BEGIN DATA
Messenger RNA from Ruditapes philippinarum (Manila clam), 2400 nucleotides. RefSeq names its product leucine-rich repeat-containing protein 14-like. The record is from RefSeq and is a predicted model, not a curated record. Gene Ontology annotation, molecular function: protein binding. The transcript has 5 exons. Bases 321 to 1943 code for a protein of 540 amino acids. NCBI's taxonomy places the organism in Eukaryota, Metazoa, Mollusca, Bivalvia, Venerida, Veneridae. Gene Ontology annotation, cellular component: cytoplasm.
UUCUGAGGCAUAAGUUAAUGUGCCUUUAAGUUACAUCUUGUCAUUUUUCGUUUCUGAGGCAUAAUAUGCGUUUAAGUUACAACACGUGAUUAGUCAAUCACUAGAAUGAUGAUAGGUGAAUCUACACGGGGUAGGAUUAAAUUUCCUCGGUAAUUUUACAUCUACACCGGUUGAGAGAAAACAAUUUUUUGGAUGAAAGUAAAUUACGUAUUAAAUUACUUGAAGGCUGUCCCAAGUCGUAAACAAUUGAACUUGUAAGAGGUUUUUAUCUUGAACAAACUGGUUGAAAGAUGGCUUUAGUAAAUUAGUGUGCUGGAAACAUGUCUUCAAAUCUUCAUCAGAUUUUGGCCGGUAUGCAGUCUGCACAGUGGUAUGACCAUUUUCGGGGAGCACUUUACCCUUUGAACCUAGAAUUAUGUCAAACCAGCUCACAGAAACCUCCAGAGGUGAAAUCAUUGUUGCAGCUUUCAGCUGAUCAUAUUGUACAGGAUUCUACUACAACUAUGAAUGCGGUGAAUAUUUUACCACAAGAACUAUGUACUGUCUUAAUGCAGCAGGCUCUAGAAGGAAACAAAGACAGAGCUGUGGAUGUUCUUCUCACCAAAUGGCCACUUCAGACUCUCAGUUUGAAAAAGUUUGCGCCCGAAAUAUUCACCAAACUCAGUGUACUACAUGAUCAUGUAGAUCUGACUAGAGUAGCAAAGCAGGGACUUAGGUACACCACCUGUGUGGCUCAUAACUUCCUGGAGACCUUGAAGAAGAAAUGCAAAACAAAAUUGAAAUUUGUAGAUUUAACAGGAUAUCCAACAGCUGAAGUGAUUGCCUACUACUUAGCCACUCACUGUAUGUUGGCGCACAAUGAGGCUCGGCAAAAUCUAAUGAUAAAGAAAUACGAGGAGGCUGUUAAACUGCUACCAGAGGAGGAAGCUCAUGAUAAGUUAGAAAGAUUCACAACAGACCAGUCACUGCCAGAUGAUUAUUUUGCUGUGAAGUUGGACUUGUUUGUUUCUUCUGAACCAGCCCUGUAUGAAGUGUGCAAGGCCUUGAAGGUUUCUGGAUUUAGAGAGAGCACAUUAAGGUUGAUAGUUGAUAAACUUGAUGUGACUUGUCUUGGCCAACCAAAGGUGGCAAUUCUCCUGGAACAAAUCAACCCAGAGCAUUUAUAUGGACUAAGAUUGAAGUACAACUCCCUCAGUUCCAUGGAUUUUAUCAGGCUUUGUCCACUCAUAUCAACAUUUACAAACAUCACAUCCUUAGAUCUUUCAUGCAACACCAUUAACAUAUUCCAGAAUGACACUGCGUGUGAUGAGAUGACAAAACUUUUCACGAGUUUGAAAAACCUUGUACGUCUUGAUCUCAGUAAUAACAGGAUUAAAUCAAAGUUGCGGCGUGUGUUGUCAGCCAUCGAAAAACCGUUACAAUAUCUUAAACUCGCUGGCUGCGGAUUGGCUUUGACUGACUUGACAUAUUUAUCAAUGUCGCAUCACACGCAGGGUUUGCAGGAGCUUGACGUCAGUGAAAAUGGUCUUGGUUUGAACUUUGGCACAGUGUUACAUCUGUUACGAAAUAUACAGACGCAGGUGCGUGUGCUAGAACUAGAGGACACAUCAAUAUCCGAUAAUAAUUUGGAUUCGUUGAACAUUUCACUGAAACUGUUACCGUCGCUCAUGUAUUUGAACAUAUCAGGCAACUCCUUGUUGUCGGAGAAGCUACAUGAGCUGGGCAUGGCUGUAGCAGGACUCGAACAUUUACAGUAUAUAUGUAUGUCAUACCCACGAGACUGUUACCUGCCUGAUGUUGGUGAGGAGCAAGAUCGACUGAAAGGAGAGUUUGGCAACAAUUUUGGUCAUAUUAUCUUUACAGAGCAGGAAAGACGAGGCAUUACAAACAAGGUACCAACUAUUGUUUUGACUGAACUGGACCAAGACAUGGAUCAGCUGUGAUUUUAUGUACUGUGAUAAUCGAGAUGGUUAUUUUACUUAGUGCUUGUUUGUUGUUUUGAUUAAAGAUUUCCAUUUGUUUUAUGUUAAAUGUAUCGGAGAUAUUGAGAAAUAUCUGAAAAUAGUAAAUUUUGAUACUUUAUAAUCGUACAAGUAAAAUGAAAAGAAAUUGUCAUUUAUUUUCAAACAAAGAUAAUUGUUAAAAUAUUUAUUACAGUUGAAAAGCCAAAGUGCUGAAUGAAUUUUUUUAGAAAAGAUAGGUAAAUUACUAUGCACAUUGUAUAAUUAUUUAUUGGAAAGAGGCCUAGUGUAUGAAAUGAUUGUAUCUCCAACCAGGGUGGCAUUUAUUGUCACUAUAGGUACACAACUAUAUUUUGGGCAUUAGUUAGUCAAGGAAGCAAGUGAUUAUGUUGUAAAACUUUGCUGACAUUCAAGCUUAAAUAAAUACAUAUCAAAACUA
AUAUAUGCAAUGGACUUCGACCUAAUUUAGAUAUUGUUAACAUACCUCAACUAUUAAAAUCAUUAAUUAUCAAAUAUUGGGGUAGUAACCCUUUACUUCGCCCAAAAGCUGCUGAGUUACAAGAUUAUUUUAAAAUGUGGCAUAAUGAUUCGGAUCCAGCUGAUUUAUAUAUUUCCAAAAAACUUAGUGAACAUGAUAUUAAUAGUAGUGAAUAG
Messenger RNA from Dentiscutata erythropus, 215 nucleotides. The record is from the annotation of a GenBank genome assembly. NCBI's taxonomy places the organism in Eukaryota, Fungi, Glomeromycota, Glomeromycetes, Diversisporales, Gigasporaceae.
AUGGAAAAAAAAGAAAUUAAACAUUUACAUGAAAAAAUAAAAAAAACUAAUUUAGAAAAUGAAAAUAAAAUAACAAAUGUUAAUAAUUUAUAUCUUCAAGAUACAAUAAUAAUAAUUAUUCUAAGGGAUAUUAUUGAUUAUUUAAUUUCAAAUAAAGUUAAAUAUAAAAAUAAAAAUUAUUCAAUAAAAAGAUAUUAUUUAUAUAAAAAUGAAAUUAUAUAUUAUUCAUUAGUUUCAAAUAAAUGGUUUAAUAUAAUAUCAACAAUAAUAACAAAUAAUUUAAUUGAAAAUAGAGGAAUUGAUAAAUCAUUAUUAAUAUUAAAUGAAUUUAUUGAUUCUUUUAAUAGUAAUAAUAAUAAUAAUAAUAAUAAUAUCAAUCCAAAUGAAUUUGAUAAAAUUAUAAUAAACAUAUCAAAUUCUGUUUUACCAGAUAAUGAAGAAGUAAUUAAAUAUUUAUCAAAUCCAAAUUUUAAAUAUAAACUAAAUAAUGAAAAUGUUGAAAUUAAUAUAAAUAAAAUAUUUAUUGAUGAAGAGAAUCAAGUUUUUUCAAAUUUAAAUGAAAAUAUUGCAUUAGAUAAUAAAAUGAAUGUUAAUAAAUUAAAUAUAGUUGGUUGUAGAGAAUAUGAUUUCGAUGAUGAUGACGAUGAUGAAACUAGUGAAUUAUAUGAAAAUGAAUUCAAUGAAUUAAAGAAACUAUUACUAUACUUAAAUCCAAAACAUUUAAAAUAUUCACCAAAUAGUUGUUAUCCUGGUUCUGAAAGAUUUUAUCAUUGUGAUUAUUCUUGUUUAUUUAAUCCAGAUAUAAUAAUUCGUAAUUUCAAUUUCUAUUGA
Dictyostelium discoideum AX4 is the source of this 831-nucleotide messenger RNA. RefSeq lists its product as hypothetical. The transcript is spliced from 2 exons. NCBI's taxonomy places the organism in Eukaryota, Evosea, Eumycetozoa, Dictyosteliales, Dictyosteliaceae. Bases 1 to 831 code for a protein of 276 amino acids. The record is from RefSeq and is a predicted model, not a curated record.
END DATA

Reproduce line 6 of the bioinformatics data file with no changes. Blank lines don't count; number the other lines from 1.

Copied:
Dictyostelium discoideum AX4 is the source of this 831-nucleotide messenger RNA. RefSeq lists its product as hypothetical. The transcript is spliced from 2 exons. NCBI's taxonomy places the organism in Eukaryota, Evosea, Eumycetozoa, Dictyosteliales, Dictyosteliaceae. Bases 1 to 831 code for a protein of 276 amino acids. The record is from RefSeq and is a predicted model, not a curated record.